Broken bones are a common injury. Approximately 50% of people suffer a bone fracture before turning 60; past that age, the rate of bone fractures climbs even higher due to a loss of bone density.
A fractured bone usually heals in a little over a month without complications. But some broken bones can take up to a year to heal or lead to recurring or permanent disabilities.
What Is the Structure of Your Skeleton?
Your musculoskeletal system includes both bones and soft tissues like ligaments and tendons. Together, these tissues provide structure and strength to your body and make movement possible.
Your bones are composed of ossified tissue. Ossification happens when your bone cells use minerals to create a rigid matrix that makes them lightweight but strong.
Bone cells are alive and continuously replace existing cells in your skeleton. They also heal fractures in the bones. As a result, your bone cells can repair broken bones relatively quickly.
To perform their work, bone cells need oxygen and nutrients. Your bones have tiny openings throughout their structures, allowing blood vessels to feed the bone cells.
Your bones also play an important role in your circulatory and immune systems.
Bone marrow sits at the center of the large bones. It produces new red blood cells, white blood cells, and platelets. As the cells in your blood wear out, the spleen filters them from your blood. The blood then picks up replacement cells from the bone marrow.
How Do Bones Break?
Bones fracture when they encounter a force that exceeds their material strength. Just as a metal pole can snap when it gets hit by a powerful force, a bone can also snap as a result of trauma.
Some forms of trauma that can break a bone include:
Forces that bend or twist bones can cause them to snap.
For example, you could fracture a bone if your arm gets trapped and bent by a machine in a workplace accident.
Bones can break when something strikes the body with sufficient force.
Crushing trauma happens when the body becomes compressed.
Crushing trauma could break bones when a car runs over your leg during a pedestrian accident, or you could suffer a shattered foot if something heavy falls on it at work.
What Types of Broken Bones Can Occur?
Doctors use three factors to identify and categorize bone fractures:
Displaced or Non-Displaced
When classifying a fracture, doctors often look at whether the bone fragments remained in alignment or moved out of alignment.
In a non-displaced fracture, the ends of the bone stay in alignment after the fracture. Doctors can simply immobilize the bone with a cast or brace, allowing the body to heal with time. With a displaced fracture, the bone fragments don’t align. To help these injuries heal properly, doctors must realign the fragments before immobilizing the bone.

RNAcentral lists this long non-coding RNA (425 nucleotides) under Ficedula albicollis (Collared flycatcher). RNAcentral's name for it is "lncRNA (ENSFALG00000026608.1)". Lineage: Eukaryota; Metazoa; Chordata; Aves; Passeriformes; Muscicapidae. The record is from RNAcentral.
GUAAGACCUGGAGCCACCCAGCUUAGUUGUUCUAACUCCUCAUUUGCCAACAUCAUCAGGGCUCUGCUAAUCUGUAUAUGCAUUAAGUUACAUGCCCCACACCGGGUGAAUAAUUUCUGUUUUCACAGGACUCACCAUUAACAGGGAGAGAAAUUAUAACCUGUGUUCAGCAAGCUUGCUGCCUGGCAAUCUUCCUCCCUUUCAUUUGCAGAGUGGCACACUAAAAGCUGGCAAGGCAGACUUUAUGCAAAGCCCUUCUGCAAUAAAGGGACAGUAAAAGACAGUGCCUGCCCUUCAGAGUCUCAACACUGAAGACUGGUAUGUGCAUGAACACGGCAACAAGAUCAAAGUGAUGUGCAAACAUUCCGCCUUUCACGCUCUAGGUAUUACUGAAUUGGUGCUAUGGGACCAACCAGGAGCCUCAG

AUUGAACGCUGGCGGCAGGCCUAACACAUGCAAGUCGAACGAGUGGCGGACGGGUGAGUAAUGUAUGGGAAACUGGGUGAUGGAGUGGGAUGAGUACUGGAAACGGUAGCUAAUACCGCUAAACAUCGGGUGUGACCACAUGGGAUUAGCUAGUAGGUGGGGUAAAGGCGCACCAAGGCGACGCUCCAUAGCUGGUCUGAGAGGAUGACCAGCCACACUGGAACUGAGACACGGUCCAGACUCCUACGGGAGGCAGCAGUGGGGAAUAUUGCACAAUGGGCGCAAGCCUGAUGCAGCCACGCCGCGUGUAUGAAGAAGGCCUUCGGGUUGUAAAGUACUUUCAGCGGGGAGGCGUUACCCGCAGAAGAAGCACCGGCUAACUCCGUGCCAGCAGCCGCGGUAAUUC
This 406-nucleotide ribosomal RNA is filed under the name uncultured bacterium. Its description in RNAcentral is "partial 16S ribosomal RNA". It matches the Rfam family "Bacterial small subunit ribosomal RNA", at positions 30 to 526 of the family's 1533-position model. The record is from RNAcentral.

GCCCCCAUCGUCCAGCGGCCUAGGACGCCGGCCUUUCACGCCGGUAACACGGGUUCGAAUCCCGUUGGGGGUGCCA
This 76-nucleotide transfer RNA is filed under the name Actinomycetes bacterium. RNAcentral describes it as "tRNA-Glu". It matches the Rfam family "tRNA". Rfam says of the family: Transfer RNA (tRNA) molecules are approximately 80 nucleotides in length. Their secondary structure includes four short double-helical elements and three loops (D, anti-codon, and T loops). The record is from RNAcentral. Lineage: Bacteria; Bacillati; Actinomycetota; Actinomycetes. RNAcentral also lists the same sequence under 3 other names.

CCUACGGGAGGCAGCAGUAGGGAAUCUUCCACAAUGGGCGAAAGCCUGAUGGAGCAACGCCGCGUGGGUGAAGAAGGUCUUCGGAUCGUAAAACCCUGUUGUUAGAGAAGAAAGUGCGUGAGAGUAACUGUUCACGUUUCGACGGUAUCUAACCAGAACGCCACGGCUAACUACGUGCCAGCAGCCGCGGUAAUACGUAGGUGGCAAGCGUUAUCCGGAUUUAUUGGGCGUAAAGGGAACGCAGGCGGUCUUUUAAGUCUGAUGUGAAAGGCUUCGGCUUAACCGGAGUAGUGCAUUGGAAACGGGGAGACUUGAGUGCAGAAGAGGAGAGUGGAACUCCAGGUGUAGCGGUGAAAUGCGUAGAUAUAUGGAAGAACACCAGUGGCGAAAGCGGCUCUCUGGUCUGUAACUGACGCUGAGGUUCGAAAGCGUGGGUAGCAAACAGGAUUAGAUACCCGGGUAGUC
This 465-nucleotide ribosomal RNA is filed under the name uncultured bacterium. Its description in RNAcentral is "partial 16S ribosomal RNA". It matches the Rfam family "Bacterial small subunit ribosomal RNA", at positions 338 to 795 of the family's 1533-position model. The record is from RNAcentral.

Sometimes they can set the bone back into alignment by manipulating the injured area. But often, the ends have displaced so far that the doctor needs to operate. During surgery, the doctor will realign the bone fragments and secure them using plates and screws so they don’t move back out of alignment.
Open or Closed
In an open fracture, one broken end of the bone displaces so far that it protrudes from the body. Also referred to as “compound” fractures, these injuries often require surgery to realign the broken bone, repair the torn soft tissue, and close the open wound.
In a closed fracture, no open wound occurs. Closed fractures include all non-displaced fractures and displaced fractures where the broken ends only displace slightly. To treat a closed fracture, doctors must realign the bone fragments and stabilize the broken bone.
The Shape of the Fracture
The final criterion used to classify fractures is shape.
The shape of a fracture can often tell you how long it will need to heal. It can also tell you whether you can expect any long-term consequences from the injury.
Some common fracture shapes include:
Simple (or Transverse) Fracture
A simple fracture happens when a bone breaks across its central axis. In other words, the bone snaps just as a pencil would break if you bent it in half.
Transverse fractures often result from bending forces or direct impacts on the bone.
Spiral fractures happen when the bone becomes twisted. As a result, the break appears to spiral around the surface.
A comminuted fracture occurs when you shatter your bone into three or more pieces. Since at least one of the pieces is floating loose, your doctor will need to reconstruct it using plates and screws to ensure that it heals properly.
Comminuted fractures often take a year or longer to heal.
Stress fractures typically result from overuse. They’re almost always non-displaced and closed.
In many cases, the stress fracture doesn’t completely dissect the bone. Instead, it may only appear as a hairline crack in the bone.
How Can You Seek Compensation for Broken Bones?
If you’ve broken a bone in an on-the-job accident, you can seek medical and partial disability benefits through your employer’s workers’ compensation policy. You can receive workers’ comp benefits regardless of the cause of the accident as long as it happened at work.
You can seek compensation for non-work injuries if your accident was caused by someone else’s negligent actions. If you prove negligence, you’re entitled to seek compensation for:
- Economic damages such as medical bills, lost wages, and diminished earning capacity
- Non-economic damages such as pain, suffering, and disability
A broken bone can prevent you from working. Sometimes, you may even need assistance meeting your daily needs.To review your case and find out more about the compensation you may be able to seek for the effects of broken bones, contact our law firm Schultz & Myers Personal Injury Lawyers for a free consultation at (314) 444-4444.